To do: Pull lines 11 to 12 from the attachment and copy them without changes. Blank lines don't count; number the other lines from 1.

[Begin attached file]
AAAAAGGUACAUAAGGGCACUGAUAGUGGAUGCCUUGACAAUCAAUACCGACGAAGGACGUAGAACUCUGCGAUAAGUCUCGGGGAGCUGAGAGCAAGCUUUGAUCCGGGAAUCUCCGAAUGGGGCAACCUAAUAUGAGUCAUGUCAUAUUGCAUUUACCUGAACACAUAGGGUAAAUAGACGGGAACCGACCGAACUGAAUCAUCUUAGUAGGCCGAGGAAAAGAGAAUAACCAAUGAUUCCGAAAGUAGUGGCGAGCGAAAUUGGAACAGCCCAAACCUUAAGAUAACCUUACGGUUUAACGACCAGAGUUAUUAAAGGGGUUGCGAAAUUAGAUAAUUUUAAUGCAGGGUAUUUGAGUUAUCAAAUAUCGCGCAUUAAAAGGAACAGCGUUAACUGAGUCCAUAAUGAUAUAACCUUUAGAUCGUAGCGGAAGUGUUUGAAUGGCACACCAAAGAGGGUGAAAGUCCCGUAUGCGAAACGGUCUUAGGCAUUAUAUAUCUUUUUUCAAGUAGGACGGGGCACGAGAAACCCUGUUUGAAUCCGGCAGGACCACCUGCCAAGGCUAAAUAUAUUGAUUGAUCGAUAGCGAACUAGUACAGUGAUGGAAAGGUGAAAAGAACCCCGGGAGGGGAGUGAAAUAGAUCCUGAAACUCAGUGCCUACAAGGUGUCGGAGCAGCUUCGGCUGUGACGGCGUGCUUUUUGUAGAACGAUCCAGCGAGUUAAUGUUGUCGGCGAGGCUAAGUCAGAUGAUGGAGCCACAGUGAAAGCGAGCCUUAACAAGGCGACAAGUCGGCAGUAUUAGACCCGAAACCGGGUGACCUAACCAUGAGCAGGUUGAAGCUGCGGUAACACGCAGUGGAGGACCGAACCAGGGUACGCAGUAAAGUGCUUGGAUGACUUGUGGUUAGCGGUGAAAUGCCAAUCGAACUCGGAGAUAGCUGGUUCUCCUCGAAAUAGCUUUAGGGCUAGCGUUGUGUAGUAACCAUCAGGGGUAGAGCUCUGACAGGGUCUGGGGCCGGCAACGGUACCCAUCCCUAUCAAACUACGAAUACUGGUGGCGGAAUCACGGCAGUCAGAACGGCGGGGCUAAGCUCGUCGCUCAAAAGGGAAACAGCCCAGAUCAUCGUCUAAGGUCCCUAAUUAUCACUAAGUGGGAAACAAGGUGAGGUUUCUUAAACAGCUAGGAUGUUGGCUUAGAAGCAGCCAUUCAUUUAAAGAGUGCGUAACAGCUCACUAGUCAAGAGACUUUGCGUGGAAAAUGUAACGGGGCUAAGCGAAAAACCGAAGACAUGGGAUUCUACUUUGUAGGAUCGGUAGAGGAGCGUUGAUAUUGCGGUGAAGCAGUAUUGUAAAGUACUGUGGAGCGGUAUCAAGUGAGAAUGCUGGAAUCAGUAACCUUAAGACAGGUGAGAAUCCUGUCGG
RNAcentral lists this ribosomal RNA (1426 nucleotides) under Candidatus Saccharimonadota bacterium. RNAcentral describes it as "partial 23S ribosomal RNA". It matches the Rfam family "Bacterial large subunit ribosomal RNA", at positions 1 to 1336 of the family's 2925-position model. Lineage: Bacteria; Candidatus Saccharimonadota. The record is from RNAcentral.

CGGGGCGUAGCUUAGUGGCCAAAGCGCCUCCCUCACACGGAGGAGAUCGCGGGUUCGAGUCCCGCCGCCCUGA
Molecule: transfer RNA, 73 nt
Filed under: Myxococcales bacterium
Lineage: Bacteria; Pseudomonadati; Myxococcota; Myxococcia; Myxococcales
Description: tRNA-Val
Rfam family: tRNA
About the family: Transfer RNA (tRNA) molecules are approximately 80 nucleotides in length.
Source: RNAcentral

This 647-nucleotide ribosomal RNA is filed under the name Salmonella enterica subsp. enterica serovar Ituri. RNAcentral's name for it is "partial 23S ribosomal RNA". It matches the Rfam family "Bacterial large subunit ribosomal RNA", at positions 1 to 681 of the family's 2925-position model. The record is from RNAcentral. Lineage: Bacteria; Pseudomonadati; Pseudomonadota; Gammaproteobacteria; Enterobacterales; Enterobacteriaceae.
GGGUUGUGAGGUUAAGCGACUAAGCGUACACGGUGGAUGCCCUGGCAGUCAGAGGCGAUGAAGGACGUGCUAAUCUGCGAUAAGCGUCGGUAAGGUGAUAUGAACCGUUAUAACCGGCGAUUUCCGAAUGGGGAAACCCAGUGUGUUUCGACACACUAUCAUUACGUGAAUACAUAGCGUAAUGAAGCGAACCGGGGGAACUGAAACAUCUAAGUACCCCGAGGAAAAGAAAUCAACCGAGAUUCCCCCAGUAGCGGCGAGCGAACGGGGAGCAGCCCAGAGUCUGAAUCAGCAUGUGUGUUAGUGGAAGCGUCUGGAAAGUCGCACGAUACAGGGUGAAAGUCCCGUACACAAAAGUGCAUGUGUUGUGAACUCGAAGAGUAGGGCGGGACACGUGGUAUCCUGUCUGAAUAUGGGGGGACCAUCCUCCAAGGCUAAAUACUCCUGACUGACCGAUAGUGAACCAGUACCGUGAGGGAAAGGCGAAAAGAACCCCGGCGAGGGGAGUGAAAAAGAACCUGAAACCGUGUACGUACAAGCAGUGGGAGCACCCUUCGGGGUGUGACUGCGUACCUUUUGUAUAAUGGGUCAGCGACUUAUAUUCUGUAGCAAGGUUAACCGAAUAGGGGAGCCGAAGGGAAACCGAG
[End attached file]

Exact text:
This 647-nucleotide ribosomal RNA is filed under the name Salmonella enterica subsp. enterica serovar Ituri. RNAcentral's name for it is "partial 23S ribosomal RNA". It matches the Rfam family "Bacterial large subunit ribosomal RNA", at positions 1 to 681 of the family's 2925-position model. The record is from RNAcentral. Lineage: Bacteria; Pseudomonadati; Pseudomonadota; Gammaproteobacteria; Enterobacterales; Enterobacteriaceae.
GGGUUGUGAGGUUAAGCGACUAAGCGUACACGGUGGAUGCCCUGGCAGUCAGAGGCGAUGAAGGACGUGCUAAUCUGCGAUAAGCGUCGGUAAGGUGAUAUGAACCGUUAUAACCGGCGAUUUCCGAAUGGGGAAACCCAGUGUGUUUCGACACACUAUCAUUACGUGAAUACAUAGCGUAAUGAAGCGAACCGGGGGAACUGAAACAUCUAAGUACCCCGAGGAAAAGAAAUCAACCGAGAUUCCCCCAGUAGCGGCGAGCGAACGGGGAGCAGCCCAGAGUCUGAAUCAGCAUGUGUGUUAGUGGAAGCGUCUGGAAAGUCGCACGAUACAGGGUGAAAGUCCCGUACACAAAAGUGCAUGUGUUGUGAACUCGAAGAGUAGGGCGGGACACGUGGUAUCCUGUCUGAAUAUGGGGGGACCAUCCUCCAAGGCUAAAUACUCCUGACUGACCGAUAGUGAACCAGUACCGUGAGGGAAAGGCGAAAAGAACCCCGGCGAGGGGAGUGAAAAAGAACCUGAAACCGUGUACGUACAAGCAGUGGGAGCACCCUUCGGGGUGUGACUGCGUACCUUUUGUAUAAUGGGUCAGCGACUUAUAUUCUGUAGCAAGGUUAACCGAAUAGGGGAGCCGAAGGGAAACCGAG